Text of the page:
This poster shows the communities served by the health center, where sensitization programs are helf throughout the week and WFP food assistance to prevent malnutrition in pregnant and nursing mothers, and young children take place every other week. The 'catchment area' refers to communities farther away that are also served by the health center.
These pregnant and nursing mothers receive WFP nutrition assistance to prevent malnutrition through an activitiy called "blanket feeding", whereby WFP provides nutritious food to all members of a vulnerable group in high risk areas to prevent them from becoming malnourished. We usually focus on children under 2 years, pregnant women and nursing mothers.
Nurses at the health centre lead sensitization activities during the week on best dietary habits, among many other topics. WFP nutrition activities aim to prevent moderate acute malnutrition, which can lead to 'wasting', or severe weight-loss. Focusing on malnourished children under 5 years, pregnant women and new mothers, WFP helps affected people recover by providing nutritious rations and specialised products to supplement their daily diets.
Matina Thomos, 26 years old, holds here her 4 month-old baby, which is her third child. Matina supports her family with petty trading while her husband works in Freetown, the capital of Sierra Leone. "Without food assistance, it would have been very difficult for me to cope," she said.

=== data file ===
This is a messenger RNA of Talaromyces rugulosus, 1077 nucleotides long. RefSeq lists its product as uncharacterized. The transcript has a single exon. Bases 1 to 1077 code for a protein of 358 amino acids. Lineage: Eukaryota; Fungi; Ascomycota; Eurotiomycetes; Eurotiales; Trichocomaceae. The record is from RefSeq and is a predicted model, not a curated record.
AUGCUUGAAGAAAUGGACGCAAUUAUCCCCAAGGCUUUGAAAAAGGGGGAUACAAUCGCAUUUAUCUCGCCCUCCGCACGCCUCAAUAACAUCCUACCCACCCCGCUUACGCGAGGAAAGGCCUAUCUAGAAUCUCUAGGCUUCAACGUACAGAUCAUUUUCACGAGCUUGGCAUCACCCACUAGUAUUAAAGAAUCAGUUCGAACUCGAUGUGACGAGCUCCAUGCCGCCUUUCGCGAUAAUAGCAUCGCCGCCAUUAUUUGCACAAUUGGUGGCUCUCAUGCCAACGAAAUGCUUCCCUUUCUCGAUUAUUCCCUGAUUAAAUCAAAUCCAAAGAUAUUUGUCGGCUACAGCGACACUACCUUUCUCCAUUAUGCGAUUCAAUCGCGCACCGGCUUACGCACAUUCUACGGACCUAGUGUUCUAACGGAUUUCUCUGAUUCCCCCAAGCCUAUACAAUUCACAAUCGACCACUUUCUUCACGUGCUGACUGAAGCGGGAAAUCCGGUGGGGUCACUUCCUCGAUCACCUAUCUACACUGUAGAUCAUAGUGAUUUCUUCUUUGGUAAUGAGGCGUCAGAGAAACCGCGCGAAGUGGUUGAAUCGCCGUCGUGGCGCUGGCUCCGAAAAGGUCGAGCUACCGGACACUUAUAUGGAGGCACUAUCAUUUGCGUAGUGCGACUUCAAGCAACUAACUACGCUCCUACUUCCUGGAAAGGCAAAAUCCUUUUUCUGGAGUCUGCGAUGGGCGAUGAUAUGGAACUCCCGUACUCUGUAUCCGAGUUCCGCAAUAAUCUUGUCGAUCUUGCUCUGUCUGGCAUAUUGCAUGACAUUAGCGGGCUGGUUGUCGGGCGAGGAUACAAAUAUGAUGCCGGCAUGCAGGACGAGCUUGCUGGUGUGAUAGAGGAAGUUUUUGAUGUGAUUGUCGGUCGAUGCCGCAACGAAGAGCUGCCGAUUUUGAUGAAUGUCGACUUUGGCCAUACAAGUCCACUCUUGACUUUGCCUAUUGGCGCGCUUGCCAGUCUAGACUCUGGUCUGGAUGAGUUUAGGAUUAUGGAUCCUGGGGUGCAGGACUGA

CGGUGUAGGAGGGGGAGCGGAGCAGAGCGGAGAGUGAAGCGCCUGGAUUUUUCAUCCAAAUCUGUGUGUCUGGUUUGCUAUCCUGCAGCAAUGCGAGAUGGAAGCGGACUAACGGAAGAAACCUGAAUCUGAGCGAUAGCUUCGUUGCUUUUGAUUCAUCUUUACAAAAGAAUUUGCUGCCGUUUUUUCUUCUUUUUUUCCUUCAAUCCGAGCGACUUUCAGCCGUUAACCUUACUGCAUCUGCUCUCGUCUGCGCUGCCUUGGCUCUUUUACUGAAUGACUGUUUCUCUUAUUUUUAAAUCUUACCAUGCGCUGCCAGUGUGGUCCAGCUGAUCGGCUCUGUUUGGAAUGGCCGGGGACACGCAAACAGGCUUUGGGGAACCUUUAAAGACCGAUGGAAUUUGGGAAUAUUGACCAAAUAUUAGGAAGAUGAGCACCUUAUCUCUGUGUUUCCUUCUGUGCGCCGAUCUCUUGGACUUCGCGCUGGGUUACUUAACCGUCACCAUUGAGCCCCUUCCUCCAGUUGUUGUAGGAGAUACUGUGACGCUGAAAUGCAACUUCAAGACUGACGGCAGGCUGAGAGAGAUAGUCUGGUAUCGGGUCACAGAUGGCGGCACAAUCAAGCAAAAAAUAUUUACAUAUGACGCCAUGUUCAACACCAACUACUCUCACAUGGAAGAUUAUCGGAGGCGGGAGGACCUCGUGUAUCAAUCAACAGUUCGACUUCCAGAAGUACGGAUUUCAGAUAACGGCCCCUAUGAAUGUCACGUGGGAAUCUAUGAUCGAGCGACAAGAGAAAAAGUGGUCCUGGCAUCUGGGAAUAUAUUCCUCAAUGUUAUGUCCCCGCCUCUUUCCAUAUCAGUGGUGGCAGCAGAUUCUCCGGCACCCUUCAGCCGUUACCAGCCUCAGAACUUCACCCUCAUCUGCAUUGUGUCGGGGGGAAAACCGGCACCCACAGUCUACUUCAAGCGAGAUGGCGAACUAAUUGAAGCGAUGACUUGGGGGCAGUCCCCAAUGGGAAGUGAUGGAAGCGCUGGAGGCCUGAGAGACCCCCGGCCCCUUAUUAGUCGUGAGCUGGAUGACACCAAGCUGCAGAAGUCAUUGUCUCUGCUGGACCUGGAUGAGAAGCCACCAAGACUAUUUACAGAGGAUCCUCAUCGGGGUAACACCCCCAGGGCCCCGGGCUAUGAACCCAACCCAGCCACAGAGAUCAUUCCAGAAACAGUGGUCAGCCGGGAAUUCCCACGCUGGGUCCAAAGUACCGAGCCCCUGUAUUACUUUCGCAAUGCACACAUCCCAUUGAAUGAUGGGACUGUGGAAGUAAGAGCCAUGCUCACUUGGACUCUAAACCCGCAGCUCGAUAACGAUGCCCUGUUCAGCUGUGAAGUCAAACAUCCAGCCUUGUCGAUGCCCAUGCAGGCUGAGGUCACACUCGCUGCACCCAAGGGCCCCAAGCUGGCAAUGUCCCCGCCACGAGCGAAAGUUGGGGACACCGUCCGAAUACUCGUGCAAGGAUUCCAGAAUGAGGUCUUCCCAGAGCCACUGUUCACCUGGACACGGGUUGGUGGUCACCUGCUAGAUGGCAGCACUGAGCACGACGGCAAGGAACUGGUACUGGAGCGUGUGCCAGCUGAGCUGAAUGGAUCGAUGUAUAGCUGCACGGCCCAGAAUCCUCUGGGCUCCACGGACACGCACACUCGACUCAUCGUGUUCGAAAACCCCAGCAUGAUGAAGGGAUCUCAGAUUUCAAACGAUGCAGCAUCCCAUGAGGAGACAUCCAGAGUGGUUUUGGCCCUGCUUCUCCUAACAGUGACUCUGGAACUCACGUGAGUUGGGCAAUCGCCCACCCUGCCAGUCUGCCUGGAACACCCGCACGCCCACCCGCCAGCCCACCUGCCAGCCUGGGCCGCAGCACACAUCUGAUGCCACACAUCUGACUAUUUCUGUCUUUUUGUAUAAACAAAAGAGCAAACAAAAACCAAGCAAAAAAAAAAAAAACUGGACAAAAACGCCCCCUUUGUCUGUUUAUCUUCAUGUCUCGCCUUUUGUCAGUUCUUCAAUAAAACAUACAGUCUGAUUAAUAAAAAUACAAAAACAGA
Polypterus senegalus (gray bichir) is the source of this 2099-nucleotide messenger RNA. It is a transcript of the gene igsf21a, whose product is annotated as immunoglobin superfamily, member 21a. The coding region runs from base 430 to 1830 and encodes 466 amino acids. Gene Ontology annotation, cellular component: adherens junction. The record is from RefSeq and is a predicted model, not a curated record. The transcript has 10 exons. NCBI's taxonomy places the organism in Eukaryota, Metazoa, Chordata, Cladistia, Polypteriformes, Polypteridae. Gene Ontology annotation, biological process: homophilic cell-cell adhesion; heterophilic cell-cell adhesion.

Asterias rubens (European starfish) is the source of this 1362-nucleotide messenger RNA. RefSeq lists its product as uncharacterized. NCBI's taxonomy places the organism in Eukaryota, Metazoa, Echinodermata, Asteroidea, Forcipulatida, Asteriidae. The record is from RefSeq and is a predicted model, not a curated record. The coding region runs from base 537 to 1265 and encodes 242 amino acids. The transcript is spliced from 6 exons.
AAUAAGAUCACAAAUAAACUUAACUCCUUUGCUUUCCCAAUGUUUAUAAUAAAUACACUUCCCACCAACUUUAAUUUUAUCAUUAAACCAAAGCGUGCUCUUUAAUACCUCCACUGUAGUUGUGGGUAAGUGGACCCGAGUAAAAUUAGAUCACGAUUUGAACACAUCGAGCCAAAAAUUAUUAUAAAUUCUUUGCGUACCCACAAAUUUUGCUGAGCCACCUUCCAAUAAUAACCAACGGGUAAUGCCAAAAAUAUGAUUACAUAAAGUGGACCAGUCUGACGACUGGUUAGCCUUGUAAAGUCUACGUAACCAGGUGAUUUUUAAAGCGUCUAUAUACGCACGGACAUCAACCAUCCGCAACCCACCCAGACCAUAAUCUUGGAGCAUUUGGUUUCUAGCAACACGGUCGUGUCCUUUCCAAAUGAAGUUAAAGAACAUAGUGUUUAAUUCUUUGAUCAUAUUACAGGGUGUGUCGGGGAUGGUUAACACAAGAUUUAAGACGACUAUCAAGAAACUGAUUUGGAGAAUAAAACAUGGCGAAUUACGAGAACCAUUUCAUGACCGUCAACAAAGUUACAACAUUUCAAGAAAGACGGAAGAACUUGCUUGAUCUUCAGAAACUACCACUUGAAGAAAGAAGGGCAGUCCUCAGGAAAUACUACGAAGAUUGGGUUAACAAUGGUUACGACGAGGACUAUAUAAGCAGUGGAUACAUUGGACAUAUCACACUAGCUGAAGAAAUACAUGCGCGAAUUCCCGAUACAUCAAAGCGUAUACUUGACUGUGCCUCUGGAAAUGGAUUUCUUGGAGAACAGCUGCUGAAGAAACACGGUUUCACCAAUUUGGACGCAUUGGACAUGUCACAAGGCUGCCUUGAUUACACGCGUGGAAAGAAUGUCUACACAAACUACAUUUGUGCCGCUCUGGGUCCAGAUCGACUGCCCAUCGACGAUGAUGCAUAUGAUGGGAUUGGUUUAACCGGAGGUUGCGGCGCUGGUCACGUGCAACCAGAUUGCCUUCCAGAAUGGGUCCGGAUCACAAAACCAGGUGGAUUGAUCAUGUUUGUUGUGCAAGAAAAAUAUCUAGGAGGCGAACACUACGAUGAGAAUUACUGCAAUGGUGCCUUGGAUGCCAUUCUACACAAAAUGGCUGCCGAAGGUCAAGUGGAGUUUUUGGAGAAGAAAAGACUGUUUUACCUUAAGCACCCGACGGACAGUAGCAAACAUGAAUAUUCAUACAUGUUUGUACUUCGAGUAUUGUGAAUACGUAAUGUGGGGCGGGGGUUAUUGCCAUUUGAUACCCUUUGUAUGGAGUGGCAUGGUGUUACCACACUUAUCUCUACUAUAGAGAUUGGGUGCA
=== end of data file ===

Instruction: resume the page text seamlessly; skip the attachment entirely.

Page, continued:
Nurses hand out WFP food rations as part of its "Blanket Feeding" activities to prevent malnutrition. To ensure that mothers use WFP special nutrition products correctly, mothers who accompany children to the distribution sites and health centres are shown how best to store and use the ready-to-use foods, such as Plumpy’sup, and in the case of Super Cereal Plus - a fortified corn and soy flour enhanced with micronutrients and dried milk. This helps ensure that the ration has the biggest impact on the child’s nutrition status.
Every mother and child has a health card to track his or her progress. To determine whether children are malnourished or not, children are screened at Blanket Feeding distributions sites or helath centres. WFP and NGO partners measure children’s mid-upper arm circumference (MUAC) to determine whether they are malnourished. Children who are identified as malnourished are referred to hospitals and clinics so they can receive the assistance they need. The treatment programmes are supported by WFP and other UN agencies, including UNICEF. Those who are not malnourished, but are part of the most vulnerable age groups also receive a ration to prevent their health from deteriorating.
Mothers leaves the health center carrying their young children on their backs. Sometimes mothers walk up to 8 kilometres one-way to reach health centres and receive WFP food assistance to prevent malnutrition, known as "Blanket Feeding".
WFP works with partner NGOs to deliver food assistance and implement its programs. NGO partners form a critical part of WFP operations as they have local knowledge of the area and communities. In Moyamba district, WFP partners with Plan International and in Bo district, WFP partners with World Vision. Partners are selected accordingly to their geographical presence and capacity, and proven experience in delivering humanitarian assistance. Partners are essential both for WFP's short and long-term responses to hunger.
7 May 2013 Preventing Malnutrition In Sierra Leone
29 October 2009 WFP in post conflict countries